(170) Maria

170 Maria
Asteroid Maria passing near a cluster of galaxies
Asteroid Maria passing near a cluster of galaxies as seen by a four inch telescope over a period of nearly two hours.
Discovered byJ. Perrotin
Discovery date10 January 1877
(170) Maria
Main belt (Maria)
Orbital characteristics[1]
Epoch 31 July 2016 (JD 2457600.5)
Uncertainty parameter 0
Observation arc116.69 yr (42622 d)
Aphelion2.7161 AU (406.32 Gm)
Perihelion2.3923 AU (357.88 Gm)
2.5542 AU (382.10 Gm)
4.08 yr (1491.0 d)
0° 14m 29.184s / day
Earth MOID1.4114 AU (211.14 Gm)
Jupiter MOID2.39948 AU (358.957 Gm)
Physical characteristics
Dimensions44.30±1.0 km
13.120 h (0.5467 d)

Maria (minor planet designation: 170 Maria) is a Main belt asteroid that was discovered by French astronomer Henri Joseph Perrotin on January 10, 1877.[3] Its orbit was computed by Antonio Abetti, and the asteroid was named after his sister, Maria. This is the namesake of the Maria asteroid family; one of the first asteroid families to be identified by Japanese astronomer Kiyotsugu Hirayama in 1918.[4]

In the Tholen classification system, this is categorized as a stony S-type asteroid.[2] Observations performed at the Palmer Divide Observatory in Colorado Springs, Colorado during 2007 produced a light curve with a period of 13.120 ± 0.002 hours and a brightness range of 0.21 ± 0.02 in magnitude. Previous measurements from 2000 gave 13.14 and 5.510 hour estimates for the period.[5] Based upon its spectrum, it is classified as an S-type asteroid.

An occultation of a star by Maria was observed from Manitoba, Canada, on June 10, 1997.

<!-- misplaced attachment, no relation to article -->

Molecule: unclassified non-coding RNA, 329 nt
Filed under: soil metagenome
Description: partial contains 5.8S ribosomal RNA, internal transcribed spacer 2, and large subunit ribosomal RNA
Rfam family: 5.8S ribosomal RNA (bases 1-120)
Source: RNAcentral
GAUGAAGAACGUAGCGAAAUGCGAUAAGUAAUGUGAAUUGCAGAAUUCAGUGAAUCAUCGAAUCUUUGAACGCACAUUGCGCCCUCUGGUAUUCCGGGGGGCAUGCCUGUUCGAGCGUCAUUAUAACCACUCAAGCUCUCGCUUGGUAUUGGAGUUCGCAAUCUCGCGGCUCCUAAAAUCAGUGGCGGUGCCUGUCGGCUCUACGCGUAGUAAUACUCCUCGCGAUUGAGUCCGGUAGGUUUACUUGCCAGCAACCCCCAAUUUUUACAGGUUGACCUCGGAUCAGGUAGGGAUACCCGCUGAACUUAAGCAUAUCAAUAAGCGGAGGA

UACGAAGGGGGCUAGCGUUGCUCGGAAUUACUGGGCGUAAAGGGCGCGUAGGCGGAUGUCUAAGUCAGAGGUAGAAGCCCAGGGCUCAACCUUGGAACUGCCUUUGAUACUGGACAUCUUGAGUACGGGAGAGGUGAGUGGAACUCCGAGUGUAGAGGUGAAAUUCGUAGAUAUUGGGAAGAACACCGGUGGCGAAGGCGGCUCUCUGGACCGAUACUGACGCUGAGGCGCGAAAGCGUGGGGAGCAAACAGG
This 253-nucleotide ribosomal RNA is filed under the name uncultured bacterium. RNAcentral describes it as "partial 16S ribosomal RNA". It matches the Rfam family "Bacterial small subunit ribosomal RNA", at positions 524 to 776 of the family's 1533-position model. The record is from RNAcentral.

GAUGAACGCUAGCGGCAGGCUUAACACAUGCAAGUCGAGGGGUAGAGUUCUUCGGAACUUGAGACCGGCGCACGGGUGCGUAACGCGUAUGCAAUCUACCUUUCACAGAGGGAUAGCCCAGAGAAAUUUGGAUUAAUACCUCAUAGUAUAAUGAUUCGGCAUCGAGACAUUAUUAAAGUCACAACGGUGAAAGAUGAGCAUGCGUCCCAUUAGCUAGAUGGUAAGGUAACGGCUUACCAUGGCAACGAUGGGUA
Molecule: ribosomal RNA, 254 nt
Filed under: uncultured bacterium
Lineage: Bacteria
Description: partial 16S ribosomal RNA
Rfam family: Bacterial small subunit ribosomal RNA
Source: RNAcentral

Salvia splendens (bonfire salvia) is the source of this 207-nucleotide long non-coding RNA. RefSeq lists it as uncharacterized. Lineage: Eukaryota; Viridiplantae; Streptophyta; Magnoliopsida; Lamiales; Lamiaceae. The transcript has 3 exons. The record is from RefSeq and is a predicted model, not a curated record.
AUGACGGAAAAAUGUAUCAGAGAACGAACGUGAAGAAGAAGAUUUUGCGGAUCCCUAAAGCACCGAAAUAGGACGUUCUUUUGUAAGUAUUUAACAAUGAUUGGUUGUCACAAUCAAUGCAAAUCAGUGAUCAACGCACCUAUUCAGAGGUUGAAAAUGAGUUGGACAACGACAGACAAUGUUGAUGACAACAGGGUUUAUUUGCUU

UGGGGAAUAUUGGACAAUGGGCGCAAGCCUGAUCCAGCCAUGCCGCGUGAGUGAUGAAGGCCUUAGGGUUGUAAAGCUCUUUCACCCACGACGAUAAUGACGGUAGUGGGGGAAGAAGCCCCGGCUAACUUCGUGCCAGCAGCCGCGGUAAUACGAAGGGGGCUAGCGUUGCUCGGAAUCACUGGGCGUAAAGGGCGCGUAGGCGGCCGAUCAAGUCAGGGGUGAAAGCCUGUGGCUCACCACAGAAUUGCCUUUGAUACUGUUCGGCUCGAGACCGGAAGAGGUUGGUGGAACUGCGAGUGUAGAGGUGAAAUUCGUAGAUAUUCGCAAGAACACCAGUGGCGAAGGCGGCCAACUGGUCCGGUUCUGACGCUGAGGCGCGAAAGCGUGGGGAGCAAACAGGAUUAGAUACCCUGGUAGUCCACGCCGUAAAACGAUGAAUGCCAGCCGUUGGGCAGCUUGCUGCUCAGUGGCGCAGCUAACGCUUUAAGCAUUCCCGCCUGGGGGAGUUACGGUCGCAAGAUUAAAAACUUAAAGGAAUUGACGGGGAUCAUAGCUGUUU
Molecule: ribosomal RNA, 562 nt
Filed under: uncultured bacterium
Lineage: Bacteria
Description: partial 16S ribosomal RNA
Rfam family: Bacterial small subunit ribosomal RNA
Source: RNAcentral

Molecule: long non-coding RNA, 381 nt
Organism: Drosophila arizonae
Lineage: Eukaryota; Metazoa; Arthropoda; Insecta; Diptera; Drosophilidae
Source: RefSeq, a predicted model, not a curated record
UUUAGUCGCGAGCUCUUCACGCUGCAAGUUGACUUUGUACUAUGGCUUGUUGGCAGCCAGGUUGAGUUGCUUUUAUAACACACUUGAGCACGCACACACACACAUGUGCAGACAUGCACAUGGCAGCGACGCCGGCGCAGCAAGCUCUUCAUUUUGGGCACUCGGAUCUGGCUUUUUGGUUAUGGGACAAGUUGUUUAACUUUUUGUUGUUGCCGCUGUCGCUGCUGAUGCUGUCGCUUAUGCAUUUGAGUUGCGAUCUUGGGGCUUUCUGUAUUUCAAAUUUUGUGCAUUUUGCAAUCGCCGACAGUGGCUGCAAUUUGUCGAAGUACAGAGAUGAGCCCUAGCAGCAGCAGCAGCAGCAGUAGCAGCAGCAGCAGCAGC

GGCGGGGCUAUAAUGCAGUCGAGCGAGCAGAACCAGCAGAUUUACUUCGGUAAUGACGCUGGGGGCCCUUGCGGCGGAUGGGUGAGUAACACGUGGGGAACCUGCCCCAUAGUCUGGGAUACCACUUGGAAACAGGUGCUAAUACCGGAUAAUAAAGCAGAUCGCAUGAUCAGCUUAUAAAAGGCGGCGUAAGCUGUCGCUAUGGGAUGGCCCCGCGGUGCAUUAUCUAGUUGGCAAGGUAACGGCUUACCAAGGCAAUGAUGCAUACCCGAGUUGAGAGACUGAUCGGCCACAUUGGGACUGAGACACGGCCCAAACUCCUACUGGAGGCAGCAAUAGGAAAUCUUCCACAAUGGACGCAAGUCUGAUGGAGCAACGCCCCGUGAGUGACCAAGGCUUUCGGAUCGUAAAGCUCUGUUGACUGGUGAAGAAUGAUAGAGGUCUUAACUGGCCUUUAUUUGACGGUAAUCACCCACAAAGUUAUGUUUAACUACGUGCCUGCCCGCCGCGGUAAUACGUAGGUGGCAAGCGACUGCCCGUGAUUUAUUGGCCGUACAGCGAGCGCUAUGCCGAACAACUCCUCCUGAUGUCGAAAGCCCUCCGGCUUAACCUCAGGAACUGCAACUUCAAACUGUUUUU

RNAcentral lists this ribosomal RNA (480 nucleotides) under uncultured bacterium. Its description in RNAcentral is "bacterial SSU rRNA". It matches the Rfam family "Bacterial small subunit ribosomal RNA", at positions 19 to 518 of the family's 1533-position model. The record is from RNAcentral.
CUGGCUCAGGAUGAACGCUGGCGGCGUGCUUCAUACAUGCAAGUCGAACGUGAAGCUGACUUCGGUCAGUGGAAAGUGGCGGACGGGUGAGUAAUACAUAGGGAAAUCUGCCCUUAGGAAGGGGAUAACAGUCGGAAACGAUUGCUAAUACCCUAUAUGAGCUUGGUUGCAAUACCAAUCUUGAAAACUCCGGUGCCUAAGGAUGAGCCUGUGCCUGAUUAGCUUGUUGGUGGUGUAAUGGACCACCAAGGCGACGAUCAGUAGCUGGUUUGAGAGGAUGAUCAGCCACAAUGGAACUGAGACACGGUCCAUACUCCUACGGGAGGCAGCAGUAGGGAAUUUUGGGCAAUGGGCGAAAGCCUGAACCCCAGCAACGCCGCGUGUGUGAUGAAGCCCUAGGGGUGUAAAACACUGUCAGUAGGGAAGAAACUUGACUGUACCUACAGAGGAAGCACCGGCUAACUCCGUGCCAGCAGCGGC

1. ^ Yeomans, Donald K., "170 Maria", JPL Small-Body Database Browser, NASA Jet Propulsion Laboratory, retrieved 12 May 2016.
  2. ^ a b DeMeo, Francesca E.; et al. (July 2009), "An extension of the Bus asteroid taxonomy into the near-infrared" (PDF), Icarus, 202 (1), pp. 160–180, Bibcode:2009Icar..202..160D, doi:10.1016/j.icarus.2009.02.005, archived from the original (PDF) on 17 March 2014, retrieved 8 April 2013. See appendix A.
  3. ^ "Numbered Minor Planets 1–5000", Discovery Circumstances, IAU Minor Planet center, archived from the original on 13 February 2012, retrieved 7 April 2013.
  4. ^ Veeder, G. J.; et al. (March 1995), "Eos, Koronis, and Maria family asteroids: Infrared (JHK) photometry" (PDF), Icarus, 114, pp. 186–196, Bibcode:1995Icar..114..186V, CiteSeerX, doi:10.1006/icar.1995.1053.
  5. ^ Warner, Brian D. (September 2007), "Asteroid Lightcurve Analysis at the Palmer Divide Observatory", The Minor Planet Bulletin, Bibcode:2007MPBu...34...72W.

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